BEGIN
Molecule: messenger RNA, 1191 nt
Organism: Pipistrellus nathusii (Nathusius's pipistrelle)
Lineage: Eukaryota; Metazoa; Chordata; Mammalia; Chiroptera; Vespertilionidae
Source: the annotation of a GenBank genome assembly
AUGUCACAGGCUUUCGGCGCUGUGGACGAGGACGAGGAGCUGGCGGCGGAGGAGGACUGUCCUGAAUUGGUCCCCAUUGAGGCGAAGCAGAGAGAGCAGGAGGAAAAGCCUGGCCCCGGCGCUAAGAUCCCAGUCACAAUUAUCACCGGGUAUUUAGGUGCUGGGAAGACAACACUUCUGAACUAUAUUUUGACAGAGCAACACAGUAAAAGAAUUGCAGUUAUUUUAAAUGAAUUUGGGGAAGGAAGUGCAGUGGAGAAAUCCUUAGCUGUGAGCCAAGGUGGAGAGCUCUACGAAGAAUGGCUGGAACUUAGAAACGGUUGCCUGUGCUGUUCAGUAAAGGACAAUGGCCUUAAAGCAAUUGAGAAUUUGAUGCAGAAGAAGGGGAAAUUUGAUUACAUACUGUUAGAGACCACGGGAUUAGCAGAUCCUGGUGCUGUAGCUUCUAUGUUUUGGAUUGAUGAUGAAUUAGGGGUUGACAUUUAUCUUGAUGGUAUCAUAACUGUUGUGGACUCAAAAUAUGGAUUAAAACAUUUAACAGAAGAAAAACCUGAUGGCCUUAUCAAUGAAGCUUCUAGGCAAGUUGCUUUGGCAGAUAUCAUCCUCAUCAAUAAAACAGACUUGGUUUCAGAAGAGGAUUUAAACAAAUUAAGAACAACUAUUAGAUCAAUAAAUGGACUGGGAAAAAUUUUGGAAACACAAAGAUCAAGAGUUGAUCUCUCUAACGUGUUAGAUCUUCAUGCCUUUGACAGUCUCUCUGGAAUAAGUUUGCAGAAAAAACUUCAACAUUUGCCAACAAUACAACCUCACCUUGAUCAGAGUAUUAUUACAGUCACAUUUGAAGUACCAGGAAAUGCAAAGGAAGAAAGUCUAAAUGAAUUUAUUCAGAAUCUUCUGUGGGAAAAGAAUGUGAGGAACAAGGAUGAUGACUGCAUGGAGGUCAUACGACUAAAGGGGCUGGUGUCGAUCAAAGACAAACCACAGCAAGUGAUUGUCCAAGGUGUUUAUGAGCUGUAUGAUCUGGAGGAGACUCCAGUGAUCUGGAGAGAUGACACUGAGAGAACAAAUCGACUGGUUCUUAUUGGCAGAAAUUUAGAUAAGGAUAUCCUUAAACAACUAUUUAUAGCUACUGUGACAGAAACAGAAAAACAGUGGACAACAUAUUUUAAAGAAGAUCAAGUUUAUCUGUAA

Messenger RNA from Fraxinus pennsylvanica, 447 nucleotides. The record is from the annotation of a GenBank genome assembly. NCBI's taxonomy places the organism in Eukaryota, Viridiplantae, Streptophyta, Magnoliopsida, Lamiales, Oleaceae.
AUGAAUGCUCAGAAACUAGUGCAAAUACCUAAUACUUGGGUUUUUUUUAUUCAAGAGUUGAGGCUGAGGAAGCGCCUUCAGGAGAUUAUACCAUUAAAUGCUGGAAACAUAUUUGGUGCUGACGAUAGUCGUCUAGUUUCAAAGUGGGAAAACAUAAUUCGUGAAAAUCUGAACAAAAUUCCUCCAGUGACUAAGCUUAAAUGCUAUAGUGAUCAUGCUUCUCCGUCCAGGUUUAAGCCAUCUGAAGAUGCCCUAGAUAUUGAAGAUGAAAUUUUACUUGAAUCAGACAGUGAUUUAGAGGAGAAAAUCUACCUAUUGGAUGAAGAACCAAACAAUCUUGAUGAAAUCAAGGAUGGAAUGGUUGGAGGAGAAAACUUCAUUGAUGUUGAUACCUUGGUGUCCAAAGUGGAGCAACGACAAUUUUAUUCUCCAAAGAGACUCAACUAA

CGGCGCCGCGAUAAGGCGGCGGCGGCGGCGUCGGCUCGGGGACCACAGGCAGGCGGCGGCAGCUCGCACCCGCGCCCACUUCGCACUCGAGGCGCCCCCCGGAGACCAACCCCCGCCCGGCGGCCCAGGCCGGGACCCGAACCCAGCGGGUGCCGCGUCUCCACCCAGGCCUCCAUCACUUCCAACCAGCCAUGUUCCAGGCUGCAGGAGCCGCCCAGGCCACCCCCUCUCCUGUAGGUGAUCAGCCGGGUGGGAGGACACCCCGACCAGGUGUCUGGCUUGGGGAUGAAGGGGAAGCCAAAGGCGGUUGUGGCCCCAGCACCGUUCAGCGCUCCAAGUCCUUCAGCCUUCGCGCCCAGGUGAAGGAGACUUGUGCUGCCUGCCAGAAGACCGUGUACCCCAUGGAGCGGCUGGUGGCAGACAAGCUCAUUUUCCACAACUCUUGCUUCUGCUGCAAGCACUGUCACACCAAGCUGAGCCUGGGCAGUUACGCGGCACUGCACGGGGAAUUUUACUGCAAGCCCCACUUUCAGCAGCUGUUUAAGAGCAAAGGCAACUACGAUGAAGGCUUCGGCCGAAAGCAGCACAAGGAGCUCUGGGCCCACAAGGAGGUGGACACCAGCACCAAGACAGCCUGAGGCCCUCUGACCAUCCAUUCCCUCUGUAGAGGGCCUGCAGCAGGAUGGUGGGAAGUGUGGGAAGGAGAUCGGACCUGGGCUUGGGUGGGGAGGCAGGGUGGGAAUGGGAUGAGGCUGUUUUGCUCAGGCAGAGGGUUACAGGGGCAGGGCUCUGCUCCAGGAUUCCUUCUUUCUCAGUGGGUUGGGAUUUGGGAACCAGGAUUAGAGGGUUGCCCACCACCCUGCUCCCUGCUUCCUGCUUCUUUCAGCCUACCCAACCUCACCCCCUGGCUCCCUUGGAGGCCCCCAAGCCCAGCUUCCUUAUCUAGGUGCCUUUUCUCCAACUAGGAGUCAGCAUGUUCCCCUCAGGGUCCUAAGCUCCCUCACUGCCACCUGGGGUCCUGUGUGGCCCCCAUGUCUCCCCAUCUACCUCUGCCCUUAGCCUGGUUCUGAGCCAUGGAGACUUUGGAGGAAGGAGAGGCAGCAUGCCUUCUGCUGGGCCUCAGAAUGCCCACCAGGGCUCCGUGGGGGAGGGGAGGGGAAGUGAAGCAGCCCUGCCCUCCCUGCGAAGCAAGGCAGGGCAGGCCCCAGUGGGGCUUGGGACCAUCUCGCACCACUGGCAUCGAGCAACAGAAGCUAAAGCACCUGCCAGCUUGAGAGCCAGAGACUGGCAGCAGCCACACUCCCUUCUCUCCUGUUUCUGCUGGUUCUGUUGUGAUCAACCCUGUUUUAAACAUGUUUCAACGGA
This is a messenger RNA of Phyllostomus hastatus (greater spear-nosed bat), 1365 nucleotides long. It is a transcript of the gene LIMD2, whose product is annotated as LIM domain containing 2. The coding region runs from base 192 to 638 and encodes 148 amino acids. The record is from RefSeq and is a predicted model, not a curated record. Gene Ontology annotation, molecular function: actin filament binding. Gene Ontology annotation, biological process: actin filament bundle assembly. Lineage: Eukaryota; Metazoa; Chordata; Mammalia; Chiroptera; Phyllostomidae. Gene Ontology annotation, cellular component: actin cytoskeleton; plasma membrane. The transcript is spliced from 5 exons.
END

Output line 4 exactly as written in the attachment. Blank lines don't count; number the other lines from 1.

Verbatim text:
Source: the annotation of a GenBank genome assembly